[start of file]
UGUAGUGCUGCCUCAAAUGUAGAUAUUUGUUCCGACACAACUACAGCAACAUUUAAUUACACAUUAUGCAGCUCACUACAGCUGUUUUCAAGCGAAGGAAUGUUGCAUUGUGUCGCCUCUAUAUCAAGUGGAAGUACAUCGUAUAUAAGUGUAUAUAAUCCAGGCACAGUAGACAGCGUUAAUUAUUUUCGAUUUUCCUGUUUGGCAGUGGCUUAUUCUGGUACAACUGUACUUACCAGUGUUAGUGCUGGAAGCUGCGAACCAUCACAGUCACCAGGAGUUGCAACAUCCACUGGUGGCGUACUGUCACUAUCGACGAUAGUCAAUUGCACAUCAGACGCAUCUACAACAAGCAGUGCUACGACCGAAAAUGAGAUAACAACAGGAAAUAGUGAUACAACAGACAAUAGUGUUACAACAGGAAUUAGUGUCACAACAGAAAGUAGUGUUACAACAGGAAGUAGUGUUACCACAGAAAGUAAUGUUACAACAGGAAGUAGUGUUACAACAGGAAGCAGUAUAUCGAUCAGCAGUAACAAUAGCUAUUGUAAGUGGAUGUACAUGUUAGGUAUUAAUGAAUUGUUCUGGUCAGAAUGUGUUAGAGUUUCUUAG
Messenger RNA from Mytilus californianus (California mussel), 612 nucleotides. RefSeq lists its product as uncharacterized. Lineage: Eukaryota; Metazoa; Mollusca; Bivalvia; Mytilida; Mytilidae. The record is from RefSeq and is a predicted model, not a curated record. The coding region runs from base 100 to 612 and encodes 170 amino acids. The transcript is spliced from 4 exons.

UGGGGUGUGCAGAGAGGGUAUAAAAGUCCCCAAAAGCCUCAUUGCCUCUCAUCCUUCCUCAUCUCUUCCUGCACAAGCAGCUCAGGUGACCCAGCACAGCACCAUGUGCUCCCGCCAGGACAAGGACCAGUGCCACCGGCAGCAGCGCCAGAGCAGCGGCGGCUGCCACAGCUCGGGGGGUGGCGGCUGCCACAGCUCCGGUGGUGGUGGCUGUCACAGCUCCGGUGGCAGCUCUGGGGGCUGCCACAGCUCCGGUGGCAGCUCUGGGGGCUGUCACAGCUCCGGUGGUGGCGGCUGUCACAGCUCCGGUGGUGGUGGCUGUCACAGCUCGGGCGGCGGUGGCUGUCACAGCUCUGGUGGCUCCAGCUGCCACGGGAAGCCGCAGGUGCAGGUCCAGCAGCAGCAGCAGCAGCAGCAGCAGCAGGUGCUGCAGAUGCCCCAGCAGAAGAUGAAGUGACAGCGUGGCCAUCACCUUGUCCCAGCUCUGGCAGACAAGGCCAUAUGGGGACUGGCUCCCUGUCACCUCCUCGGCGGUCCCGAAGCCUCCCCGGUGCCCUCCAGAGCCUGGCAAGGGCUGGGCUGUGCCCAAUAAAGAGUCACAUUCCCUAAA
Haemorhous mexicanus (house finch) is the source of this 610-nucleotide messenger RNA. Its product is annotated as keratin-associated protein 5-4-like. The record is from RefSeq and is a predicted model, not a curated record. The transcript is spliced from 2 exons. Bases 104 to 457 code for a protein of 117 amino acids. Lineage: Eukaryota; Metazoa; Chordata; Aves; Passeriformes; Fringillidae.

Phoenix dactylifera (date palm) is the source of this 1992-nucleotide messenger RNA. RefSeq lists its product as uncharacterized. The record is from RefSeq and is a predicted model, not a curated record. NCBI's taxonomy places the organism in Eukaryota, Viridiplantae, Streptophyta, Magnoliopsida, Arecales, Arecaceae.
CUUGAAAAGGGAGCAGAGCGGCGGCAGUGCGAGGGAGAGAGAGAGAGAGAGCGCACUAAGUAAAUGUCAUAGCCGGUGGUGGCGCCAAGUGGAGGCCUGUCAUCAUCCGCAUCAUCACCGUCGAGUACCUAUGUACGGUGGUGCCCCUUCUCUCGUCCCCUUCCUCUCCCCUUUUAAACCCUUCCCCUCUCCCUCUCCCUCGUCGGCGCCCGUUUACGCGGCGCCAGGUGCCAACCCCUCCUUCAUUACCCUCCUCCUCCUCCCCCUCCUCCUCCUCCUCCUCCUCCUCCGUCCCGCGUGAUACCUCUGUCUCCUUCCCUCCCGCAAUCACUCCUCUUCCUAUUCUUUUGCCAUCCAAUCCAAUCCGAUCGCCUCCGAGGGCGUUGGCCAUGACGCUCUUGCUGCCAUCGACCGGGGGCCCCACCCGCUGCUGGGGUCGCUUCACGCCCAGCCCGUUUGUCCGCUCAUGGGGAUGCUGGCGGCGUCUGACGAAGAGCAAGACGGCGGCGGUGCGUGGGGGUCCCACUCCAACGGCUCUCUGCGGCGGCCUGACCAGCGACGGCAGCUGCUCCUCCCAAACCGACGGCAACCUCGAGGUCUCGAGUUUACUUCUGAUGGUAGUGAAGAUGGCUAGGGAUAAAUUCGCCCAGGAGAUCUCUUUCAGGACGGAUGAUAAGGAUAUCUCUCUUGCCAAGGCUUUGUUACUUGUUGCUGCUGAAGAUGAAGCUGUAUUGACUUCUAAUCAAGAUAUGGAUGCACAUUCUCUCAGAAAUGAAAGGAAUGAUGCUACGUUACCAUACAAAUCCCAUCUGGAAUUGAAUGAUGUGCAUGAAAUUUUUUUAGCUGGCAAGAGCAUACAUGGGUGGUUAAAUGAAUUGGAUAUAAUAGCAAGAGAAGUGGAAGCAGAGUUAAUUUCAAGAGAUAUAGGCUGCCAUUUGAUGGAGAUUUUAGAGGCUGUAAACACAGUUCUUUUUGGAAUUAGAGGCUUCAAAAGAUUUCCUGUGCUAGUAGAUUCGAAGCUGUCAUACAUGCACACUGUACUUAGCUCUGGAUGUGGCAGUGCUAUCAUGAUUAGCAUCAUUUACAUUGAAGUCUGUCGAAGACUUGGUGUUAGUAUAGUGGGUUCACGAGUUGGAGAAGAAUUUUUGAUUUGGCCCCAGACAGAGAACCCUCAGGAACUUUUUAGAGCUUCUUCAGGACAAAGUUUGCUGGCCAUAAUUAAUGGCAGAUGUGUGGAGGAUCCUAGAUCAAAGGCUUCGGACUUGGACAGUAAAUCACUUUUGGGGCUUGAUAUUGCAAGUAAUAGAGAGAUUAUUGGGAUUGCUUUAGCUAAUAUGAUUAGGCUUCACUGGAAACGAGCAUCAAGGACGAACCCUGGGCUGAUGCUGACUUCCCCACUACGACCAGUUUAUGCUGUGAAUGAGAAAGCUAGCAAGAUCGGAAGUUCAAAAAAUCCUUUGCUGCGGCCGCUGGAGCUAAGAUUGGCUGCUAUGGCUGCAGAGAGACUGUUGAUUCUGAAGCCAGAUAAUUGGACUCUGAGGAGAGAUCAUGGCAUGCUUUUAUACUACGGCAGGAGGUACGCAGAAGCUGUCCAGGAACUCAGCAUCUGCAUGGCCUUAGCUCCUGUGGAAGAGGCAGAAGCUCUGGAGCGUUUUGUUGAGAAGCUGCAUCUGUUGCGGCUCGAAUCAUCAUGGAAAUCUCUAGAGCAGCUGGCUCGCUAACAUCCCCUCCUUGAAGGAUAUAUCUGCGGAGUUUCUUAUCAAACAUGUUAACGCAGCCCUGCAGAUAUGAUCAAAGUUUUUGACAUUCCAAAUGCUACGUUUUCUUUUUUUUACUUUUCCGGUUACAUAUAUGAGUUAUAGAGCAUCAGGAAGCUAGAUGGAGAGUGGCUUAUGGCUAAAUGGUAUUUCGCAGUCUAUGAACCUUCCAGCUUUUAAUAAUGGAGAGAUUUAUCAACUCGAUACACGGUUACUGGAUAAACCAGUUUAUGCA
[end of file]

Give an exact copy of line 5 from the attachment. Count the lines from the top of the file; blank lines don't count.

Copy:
Phoenix dactylifera (date palm) is the source of this 1992-nucleotide messenger RNA. RefSeq lists its product as uncharacterized. The record is from RefSeq and is a predicted model, not a curated record. NCBI's taxonomy places the organism in Eukaryota, Viridiplantae, Streptophyta, Magnoliopsida, Arecales, Arecaceae.